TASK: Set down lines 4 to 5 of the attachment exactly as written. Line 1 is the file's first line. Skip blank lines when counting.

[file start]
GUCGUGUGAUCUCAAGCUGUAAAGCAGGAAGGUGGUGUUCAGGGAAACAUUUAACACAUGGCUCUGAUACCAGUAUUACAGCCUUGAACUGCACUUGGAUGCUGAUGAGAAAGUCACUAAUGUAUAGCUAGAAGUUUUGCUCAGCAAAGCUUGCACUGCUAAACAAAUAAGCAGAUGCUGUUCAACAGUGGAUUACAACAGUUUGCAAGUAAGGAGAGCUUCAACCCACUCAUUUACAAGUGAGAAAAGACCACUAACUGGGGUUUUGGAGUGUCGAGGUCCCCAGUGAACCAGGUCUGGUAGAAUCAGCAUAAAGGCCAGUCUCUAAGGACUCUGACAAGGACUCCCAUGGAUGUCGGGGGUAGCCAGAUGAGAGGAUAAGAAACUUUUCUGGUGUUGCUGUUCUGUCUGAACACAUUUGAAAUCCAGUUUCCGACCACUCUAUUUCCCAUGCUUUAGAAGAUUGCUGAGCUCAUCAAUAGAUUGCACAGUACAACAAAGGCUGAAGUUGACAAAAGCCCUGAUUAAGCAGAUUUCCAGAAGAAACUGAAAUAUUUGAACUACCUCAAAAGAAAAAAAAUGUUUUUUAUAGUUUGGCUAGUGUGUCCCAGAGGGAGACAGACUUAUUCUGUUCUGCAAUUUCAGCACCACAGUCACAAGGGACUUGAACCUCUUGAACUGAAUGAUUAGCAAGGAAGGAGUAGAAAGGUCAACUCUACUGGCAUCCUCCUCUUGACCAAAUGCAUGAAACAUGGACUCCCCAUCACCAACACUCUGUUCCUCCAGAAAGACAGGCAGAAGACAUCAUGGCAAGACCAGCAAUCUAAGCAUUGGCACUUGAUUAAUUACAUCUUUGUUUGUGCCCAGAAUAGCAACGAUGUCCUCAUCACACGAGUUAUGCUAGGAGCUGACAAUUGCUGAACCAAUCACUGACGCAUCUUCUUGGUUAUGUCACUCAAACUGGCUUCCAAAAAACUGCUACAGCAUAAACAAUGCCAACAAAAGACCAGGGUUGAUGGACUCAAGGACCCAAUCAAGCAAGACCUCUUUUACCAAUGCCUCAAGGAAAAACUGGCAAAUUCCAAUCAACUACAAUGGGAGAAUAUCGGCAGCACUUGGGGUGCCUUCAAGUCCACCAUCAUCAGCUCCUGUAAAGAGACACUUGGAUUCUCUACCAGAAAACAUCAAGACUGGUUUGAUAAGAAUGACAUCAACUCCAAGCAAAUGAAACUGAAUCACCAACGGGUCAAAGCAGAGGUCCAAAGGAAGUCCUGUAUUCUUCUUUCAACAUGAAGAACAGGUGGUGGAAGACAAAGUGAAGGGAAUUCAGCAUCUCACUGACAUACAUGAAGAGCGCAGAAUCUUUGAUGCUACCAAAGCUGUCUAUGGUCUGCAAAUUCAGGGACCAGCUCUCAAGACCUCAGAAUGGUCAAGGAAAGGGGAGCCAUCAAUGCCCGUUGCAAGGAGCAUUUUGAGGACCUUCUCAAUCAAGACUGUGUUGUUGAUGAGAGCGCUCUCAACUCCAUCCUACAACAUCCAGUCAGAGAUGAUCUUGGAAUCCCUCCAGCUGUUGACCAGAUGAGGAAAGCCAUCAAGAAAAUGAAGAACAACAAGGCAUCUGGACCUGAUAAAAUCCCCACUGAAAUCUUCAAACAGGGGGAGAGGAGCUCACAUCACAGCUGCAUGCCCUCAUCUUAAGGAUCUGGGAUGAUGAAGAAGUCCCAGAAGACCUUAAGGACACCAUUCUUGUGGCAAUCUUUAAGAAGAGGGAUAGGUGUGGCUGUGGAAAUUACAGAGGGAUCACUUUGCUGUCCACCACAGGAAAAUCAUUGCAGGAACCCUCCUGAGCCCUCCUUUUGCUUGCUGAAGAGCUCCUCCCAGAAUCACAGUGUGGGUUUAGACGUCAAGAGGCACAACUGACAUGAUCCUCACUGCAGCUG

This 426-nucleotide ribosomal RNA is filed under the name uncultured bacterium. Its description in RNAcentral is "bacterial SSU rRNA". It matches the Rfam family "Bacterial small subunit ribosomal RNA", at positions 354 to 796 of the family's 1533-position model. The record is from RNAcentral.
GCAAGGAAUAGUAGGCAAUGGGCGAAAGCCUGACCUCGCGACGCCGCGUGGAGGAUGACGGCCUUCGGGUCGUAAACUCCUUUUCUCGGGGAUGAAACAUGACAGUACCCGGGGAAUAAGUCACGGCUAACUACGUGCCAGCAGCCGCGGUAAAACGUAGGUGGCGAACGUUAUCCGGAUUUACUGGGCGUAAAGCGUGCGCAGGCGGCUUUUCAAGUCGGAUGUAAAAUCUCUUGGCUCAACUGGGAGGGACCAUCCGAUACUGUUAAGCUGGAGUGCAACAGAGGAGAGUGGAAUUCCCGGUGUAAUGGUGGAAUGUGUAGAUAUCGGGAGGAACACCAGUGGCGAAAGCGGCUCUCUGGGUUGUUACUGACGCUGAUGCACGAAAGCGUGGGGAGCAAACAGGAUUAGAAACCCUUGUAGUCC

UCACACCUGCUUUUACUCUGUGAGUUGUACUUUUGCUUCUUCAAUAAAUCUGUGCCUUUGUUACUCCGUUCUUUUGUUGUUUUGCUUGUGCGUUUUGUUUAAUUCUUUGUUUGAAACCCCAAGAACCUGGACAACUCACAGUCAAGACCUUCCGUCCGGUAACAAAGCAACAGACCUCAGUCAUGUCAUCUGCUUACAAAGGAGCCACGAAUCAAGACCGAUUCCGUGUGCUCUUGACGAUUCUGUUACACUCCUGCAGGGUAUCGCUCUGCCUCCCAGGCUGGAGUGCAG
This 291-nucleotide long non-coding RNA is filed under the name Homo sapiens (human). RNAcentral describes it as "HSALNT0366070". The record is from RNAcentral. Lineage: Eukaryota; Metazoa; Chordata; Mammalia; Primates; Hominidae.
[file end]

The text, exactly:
UCACACCUGCUUUUACUCUGUGAGUUGUACUUUUGCUUCUUCAAUAAAUCUGUGCCUUUGUUACUCCGUUCUUUUGUUGUUUUGCUUGUGCGUUUUGUUUAAUUCUUUGUUUGAAACCCCAAGAACCUGGACAACUCACAGUCAAGACCUUCCGUCCGGUAACAAAGCAACAGACCUCAGUCAUGUCAUCUGCUUACAAAGGAGCCACGAAUCAAGACCGAUUCCGUGUGCUCUUGACGAUUCUGUUACACUCCUGCAGGGUAUCGCUCUGCCUCCCAGGCUGGAGUGCAG
This 291-nucleotide long non-coding RNA is filed under the name Homo sapiens (human). RNAcentral describes it as "HSALNT0366070". The record is from RNAcentral. Lineage: Eukaryota; Metazoa; Chordata; Mammalia; Primates; Hominidae.